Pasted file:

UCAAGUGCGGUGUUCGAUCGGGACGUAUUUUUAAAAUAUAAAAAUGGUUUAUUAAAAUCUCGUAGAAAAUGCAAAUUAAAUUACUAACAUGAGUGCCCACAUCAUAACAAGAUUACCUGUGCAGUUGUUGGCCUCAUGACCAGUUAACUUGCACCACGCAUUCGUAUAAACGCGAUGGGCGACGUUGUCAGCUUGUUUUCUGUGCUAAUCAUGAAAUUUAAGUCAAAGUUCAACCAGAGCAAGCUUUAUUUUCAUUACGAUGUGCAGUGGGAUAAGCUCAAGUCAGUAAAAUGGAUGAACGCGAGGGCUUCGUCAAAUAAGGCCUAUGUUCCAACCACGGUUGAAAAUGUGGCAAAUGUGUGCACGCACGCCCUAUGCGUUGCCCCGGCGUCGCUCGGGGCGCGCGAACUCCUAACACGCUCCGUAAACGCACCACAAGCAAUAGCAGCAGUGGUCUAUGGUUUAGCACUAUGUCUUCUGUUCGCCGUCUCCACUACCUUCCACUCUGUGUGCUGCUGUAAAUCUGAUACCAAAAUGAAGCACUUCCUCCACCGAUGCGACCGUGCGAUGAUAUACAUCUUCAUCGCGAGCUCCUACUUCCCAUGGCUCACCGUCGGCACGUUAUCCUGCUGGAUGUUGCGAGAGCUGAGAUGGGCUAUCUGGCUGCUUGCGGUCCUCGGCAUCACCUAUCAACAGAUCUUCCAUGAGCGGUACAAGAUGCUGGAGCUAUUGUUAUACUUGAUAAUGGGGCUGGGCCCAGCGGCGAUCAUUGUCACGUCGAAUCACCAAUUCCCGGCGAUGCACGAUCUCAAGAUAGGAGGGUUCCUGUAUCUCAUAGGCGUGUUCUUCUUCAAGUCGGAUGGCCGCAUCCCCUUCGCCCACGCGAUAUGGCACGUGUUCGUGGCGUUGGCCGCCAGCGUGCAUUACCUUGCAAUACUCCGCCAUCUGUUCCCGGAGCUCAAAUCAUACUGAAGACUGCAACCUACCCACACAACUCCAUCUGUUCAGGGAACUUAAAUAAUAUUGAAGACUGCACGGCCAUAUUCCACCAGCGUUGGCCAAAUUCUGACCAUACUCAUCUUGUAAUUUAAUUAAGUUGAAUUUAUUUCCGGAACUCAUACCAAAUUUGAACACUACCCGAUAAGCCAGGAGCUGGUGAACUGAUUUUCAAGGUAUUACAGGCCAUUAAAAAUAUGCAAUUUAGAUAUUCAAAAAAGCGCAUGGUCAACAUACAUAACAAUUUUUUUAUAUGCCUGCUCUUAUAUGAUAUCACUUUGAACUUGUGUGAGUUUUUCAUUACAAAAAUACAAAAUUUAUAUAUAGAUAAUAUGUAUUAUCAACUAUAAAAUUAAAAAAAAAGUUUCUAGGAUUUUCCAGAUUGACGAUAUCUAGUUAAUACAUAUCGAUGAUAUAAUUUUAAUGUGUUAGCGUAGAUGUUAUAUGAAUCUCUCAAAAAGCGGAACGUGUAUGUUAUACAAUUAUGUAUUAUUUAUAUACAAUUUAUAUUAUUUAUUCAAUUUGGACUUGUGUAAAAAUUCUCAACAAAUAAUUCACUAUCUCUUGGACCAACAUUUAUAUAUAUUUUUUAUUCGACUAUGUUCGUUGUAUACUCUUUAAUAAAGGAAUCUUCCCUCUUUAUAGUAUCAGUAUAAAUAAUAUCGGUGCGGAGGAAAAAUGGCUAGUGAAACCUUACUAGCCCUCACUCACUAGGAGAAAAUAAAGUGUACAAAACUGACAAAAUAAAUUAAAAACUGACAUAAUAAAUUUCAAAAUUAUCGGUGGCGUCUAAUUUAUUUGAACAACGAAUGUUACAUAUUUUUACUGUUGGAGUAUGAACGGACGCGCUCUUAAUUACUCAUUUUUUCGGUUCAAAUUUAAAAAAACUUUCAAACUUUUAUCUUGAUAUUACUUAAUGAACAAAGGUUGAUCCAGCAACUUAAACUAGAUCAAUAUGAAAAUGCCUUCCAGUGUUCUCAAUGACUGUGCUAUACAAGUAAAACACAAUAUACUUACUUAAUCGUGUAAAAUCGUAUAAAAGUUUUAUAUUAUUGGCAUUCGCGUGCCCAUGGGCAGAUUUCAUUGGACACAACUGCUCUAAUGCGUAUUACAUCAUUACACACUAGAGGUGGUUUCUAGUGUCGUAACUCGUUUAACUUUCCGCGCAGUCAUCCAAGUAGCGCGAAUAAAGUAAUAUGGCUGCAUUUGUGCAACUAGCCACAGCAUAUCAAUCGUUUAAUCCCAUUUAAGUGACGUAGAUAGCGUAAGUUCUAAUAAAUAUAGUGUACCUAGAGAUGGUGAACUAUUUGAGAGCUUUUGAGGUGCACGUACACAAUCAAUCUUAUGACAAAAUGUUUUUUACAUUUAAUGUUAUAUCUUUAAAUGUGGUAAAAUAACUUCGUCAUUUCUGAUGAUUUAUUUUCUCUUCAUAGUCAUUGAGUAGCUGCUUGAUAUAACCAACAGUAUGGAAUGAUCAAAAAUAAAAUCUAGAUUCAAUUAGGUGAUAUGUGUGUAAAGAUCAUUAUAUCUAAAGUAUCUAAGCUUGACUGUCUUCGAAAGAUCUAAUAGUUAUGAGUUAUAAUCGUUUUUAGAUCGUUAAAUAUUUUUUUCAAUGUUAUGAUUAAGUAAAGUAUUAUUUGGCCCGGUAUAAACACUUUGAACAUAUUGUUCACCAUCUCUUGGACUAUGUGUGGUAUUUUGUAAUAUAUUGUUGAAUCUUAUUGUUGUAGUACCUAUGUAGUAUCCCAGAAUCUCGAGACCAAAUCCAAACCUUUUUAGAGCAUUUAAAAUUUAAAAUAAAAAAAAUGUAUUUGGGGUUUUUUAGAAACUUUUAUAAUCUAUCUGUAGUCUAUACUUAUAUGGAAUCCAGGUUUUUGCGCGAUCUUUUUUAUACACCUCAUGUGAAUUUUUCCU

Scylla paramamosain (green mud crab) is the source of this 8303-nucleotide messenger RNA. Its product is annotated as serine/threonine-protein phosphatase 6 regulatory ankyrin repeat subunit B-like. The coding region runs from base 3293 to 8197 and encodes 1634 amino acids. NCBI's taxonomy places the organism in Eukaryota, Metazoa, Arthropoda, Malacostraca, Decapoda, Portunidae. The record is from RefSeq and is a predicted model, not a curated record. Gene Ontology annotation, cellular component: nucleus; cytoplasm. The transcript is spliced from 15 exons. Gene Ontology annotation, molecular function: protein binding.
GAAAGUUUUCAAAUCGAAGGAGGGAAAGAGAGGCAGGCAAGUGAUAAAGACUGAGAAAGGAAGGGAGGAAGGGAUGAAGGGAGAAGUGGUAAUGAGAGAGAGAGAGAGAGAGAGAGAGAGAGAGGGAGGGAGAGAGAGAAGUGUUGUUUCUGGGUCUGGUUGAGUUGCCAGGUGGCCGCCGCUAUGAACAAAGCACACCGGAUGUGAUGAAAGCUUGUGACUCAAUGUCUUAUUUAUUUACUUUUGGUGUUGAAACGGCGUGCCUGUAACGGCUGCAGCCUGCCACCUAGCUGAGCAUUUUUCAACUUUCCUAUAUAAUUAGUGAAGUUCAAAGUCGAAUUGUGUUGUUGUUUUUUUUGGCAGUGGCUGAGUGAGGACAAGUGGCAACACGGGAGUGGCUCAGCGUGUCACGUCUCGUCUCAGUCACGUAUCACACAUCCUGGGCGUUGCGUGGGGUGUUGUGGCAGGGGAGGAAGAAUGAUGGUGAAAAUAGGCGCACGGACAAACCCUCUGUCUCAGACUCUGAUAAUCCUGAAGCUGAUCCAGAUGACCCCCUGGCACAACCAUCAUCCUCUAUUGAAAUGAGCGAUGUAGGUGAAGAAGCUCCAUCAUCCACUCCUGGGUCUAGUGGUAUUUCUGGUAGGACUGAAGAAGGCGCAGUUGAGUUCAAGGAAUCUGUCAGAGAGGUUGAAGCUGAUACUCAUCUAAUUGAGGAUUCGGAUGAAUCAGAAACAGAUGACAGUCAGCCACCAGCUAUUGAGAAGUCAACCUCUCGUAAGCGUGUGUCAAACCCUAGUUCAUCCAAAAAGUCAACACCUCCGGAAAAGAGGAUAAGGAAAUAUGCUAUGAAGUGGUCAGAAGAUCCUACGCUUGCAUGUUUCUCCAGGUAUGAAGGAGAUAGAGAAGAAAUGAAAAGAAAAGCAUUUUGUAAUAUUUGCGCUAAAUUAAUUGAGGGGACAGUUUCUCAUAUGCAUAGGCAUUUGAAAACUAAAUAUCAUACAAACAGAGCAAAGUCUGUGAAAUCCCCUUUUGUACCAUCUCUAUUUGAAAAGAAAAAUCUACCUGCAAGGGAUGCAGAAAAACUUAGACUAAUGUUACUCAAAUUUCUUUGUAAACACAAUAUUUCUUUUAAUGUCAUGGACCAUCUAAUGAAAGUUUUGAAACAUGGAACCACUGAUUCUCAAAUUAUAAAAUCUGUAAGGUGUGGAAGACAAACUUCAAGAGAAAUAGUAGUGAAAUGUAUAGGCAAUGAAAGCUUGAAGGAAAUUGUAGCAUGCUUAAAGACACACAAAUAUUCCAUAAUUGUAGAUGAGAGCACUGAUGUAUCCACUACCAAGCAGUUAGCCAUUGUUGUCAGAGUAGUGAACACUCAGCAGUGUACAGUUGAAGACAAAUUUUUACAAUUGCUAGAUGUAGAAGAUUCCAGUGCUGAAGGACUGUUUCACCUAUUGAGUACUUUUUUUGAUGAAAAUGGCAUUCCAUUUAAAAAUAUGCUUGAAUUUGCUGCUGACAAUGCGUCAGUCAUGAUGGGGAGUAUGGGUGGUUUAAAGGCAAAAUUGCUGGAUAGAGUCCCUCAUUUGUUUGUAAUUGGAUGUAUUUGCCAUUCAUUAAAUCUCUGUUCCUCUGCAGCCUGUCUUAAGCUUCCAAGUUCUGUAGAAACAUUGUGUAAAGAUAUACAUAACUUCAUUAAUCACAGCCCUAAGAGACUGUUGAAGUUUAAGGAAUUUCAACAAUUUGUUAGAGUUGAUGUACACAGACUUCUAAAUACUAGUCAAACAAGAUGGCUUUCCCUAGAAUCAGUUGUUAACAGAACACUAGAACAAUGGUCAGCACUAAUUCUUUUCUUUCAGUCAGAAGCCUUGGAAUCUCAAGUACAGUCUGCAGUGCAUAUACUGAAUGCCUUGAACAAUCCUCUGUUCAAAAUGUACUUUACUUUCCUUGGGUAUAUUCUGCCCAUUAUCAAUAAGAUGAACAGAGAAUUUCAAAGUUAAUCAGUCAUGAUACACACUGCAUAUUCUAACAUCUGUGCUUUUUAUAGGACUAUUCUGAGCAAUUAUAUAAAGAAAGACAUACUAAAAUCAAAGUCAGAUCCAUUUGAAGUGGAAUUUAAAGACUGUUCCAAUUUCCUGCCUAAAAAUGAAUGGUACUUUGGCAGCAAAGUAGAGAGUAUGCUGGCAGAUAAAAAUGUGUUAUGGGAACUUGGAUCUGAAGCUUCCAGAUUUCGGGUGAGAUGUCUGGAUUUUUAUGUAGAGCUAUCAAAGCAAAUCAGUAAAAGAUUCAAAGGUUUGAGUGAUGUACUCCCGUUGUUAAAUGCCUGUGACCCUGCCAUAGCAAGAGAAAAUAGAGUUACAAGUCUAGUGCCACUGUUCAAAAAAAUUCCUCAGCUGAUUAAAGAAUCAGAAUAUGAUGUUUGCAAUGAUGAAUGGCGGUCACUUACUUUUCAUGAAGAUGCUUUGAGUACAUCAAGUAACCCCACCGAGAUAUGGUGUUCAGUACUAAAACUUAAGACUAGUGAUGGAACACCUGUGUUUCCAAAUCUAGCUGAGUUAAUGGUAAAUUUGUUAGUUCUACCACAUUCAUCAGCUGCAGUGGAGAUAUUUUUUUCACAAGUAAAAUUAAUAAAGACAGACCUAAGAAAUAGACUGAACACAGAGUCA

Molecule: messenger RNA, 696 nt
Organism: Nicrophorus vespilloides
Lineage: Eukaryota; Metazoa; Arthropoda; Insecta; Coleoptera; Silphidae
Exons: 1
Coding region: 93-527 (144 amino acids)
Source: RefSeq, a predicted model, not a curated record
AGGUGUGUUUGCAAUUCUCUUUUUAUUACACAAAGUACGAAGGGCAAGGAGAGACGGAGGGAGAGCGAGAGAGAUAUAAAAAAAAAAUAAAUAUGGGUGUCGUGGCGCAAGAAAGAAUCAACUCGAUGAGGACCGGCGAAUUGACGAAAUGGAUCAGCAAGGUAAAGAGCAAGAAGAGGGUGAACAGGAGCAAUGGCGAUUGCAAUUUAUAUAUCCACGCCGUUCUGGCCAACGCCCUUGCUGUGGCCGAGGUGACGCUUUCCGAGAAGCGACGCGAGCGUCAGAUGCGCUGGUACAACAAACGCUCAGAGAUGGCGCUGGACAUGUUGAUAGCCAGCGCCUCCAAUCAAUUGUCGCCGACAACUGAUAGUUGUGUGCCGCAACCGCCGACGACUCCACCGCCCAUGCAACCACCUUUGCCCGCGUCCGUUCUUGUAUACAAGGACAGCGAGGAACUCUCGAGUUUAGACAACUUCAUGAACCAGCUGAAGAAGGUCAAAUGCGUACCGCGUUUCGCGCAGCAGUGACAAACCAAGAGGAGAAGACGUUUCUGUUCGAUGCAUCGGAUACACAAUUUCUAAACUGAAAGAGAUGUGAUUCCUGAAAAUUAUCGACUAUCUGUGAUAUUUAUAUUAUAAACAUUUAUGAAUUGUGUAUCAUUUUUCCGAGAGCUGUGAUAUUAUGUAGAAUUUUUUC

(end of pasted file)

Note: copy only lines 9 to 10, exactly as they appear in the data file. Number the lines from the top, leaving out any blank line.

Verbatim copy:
Source: RefSeq, a predicted model, not a curated record
AGGUGUGUUUGCAAUUCUCUUUUUAUUACACAAAGUACGAAGGGCAAGGAGAGACGGAGGGAGAGCGAGAGAGAUAUAAAAAAAAAAUAAAUAUGGGUGUCGUGGCGCAAGAAAGAAUCAACUCGAUGAGGACCGGCGAAUUGACGAAAUGGAUCAGCAAGGUAAAGAGCAAGAAGAGGGUGAACAGGAGCAAUGGCGAUUGCAAUUUAUAUAUCCACGCCGUUCUGGCCAACGCCCUUGCUGUGGCCGAGGUGACGCUUUCCGAGAAGCGACGCGAGCGUCAGAUGCGCUGGUACAACAAACGCUCAGAGAUGGCGCUGGACAUGUUGAUAGCCAGCGCCUCCAAUCAAUUGUCGCCGACAACUGAUAGUUGUGUGCCGCAACCGCCGACGACUCCACCGCCCAUGCAACCACCUUUGCCCGCGUCCGUUCUUGUAUACAAGGACAGCGAGGAACUCUCGAGUUUAGACAACUUCAUGAACCAGCUGAAGAAGGUCAAAUGCGUACCGCGUUUCGCGCAGCAGUGACAAACCAAGAGGAGAAGACGUUUCUGUUCGAUGCAUCGGAUACACAAUUUCUAAACUGAAAGAGAUGUGAUUCCUGAAAAUUAUCGACUAUCUGUGAUAUUUAUAUUAUAAACAUUUAUGAAUUGUGUAUCAUUUUUCCGAGAGCUGUGAUAUUAUGUAGAAUUUUUUC